Of the current offerings, my favorites was the 2010 Viognier with its honeysuckle and coconut aromas and flavor of apricot; it also offered a heavier mouth-feel thanks to barrel fermentation and aging in neutral French oak barrels for ten months. The 2010 Cabernet Franc was my favorite red with its aromas of violet and mixed red berries; it presented a spicy edge to boot! However, the 2009 Les Vent d’Anges Rives Red should not be ignored. Made from the Syrah grape, its smoky nose and dark fruit flavors should partner well with any thing that moos.

We were interested in 2011 wines, though, and Stephen was more than willing to oblige us with samples of current and upcoming releases from the vintage. Some are already in bottles. One version of a 2011 Rose was made from Cabernet Sauvignon and recalled fruity Spanish-style Roses with abundant red berry flavors. Another version that is now being poured in the tasting room is likewise dry but lighter with bright strawberry and melon flavors. Both presented a refreshing acidity. The 2011 Viognier Signature (which bears the signature of owner Al Schonberg) was similar to the 2010 Reserve; a well-balanced wine, tasters may think that it resembles Viognier produced from France. Rich yet fruity with some coconut aromas, I thought that it was delightful.

Stephen then treated us to several barrel samples. A couple of standouts here would include a big barrel of the 2011 Chardonnay. This was my favorite of the barrel samples. It was creamy, well rounded, and presented a nutty finish. Paul really enjoyed the sample from the 2010 Cabernet Sauvignon in American oak. It was fruit forward, with notes of sweet tobacco, cherry and raspberry. This will probably be blended with a barrel of 2010 Cabernet Sauvignon in a French oak barrel. Another interesting barrel sample came from the 2011 Norton in new American oak. Paul is not a big fan of Norton but enjoyed the fruity nature of this wine. Blueberry really came through. With the chance to try these barrel samples, we can see there are some great wines to come from Keswick.

So what was Barnard’s take on the 2011 growing season? “I think it was a good thing for winemaking in Virginia. The 2011 wines will present more acidity and more finesse than what is evident in the 2010 wines.” Stephen’s comments seem to represent a trend in opinions from winemakers across the state. Was it a troublesome season? Yes. Will it be impossible to make quality wines? No. Much of this will have to do with vineyard location, of course. However, the winemaker’s diligence and skill will also play a role. We were very pleased with the 2011 samples that we tasted at Keswick Vineyards.

As we left Keswick Vineyards, we spied a Thomas Jefferson impersonator in period clothing and telltale red ponytail. We are sure that the original Mr. Jefferson would approve of the wines at Keswick Vineyards. Be sure to visit Keswick Vineyards, and remember to mention that you read about the wines at Virginia Wine Time.

More Hitmakers From Virginia

I recently posted about Virginia wines earning solid scores from Wine Spectator magazine, and I can report that Wine Enthusiast has likewise given impressive scores to several Virginia red wines. Annefield Vineyards, Bogati Bodega Winery, Keswick Vineyards, Lovingston Winery, Potomac Point Vineyard and Winery, and Veramar Vineyard produced the wines that are featured in this month’s issue.

Potomac Point 2009 Richland Reserve Heritage Bordeaux-style Red Blend (Virginia)-Pungent dark char amidst firm black plum on this Virginia Bordeaux blend brings to mind flavors of smoked meats and strong black coffee. Full bodied and masculine in profile, it’s quite tannic, yet concentrated enough to handle it well. — A.I. (12/1/2011) — 86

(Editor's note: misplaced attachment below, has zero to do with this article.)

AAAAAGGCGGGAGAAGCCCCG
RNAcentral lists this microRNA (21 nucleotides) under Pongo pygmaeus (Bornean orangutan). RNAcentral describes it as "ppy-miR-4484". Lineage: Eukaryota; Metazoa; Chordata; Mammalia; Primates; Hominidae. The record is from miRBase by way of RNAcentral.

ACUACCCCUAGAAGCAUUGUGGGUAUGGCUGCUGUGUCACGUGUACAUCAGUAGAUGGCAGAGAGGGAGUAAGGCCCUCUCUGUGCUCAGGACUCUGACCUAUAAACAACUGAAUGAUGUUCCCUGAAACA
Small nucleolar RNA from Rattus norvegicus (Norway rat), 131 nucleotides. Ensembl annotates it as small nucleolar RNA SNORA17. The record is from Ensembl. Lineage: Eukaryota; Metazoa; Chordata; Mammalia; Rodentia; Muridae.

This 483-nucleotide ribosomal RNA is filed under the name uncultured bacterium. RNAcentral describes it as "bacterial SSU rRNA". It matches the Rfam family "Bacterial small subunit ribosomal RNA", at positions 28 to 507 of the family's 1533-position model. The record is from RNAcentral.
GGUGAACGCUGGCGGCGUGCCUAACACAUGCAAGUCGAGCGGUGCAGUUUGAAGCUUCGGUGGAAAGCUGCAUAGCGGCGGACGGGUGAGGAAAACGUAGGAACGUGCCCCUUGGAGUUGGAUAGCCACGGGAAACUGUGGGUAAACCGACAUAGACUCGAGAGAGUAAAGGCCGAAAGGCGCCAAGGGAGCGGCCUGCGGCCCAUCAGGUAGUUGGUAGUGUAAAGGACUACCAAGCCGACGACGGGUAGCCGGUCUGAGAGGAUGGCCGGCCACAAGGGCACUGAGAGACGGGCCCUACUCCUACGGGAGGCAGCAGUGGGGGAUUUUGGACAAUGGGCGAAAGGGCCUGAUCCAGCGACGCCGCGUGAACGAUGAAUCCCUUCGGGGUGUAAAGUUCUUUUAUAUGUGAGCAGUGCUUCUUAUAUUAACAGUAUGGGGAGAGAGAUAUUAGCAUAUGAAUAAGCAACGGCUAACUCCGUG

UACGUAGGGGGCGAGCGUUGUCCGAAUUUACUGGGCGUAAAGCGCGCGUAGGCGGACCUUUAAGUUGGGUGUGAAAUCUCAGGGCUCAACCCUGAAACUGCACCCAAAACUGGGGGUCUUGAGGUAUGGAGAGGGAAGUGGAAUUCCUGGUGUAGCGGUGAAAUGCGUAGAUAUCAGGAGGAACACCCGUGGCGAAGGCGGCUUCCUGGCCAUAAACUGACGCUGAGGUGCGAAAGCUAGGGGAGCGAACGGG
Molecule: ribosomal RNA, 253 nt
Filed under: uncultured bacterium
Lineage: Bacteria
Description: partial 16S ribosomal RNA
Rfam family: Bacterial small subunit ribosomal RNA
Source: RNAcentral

Veramar 2009 Estate Club Merlot (Virginia)-Warm and spicy on the nose and palate, this Virginia Merlot boasts a sour cherry aroma combined with hints of gingersnap cookie and ripe bramble. Ample and rich with slightly stewed black fruit notes, the palate is bathed in waves of anise and cinnamon that linger on the finish. — A.I. (12/1/2011) — 86



Veramar 2009 Estate Club Ameritage Red Blend (Virginia)-While soft and ripe on the nose and palate with loads of soft red fruit and hints of mocha and milk chocolate, this Virginia Ameritage doesn’t have a lot of structure, but its smooth, warm style is still eager to please. — A.I. (12/1/2011) — 86



Veramar 2008 Estate Club Cabernet Sauvignon (Virginia)-Ripe and rich on the nose with a harmonious black fruit and sweet vanilla bean aroma, this Virginia Cab is clean and pure with a remarkably pristine fruit profile. Bright and fresh with balanced acidity and a nicely concentrated midpalate. — A.I. (12/1/2011) — 86



Annefield Vineyards 2009 Cabernet Sauvignon (Virginia)-Aromas of espresso and burnt biscotti entice on this dark yet elegant Cab. On the palate, fresh violets linger amidst layers of ripe black fruit, smoke and char towards a stout, moderately tannic finish. Quite pleasant now, but could improve with 3–5 years of bottle aging. — A.I. (12/1/2011) — 87



Bogati 2009 Collection I Bordeaux-style Red Blend (Virginia)-Sweet red cherry fruit melds with whiffs of graham cracker crumb and leather on this ripe, full bodied red from Bogati. There’s a thin vein of green that trails throughout, but the palate is nicely structured with a dose of warm pepper notes and mouthcoating tannins on the finish. — A.I. (12/1/2011) — 86



Lovingston 2008 Josie’s Knoll Estate Reserve Bordeaux-style Red Blend (Monticello)-Lush, ripe blueberries and plums meld into hints of dark chocolate and lavender on Lovingston Estate’s lovely Josie’s Knoll Estate Reserve. It seems a bit soft on entry, yet bright acidity and smooth, furry tannins give the black fruit palate substance and style. — A.I. (12/1/2011) — 89



Keswick Vineyards 2009 Merlot (Monticello)-Hints of anise, black pepper and toasted coconut make this dark, smoky Merlot a bit exotic and unexpected. Full-bodied with a concentrated yet vibrant black fruit palate, it ends with flair on a rather tropical coconut finish. — A.I. (12/1/2011) — 87



Lovingston 2008 Josie’s Knoll Merlot (Monticello)-Intensely aromatic with notes of sweet pomegranate and fresh violets, Lovingston’s standard label Josie’s Knoll is soft and a tad sweet on entry with a ripe black cherry juice note. Hints of fresh herbs on the midpalate combine with grippy tannins on the finish, adding a dose of style and structure. — A.I. (12/1/2011) — 86

Do non-believers in Virginia wines ever challenge you to prove that the state makes great wines? Don’t suffer through the experience. Tell them to read some of the industry magazines, or even better, refer them to Virginia Wine Time. They just need to be educated on the matter.

Visit the outstanding wineries that are mentioned in this post, and be sure to mention that Virginia Wine Time sent you!

© 2014 Virginia Wine Time

Theme by Anders NorenUp ↑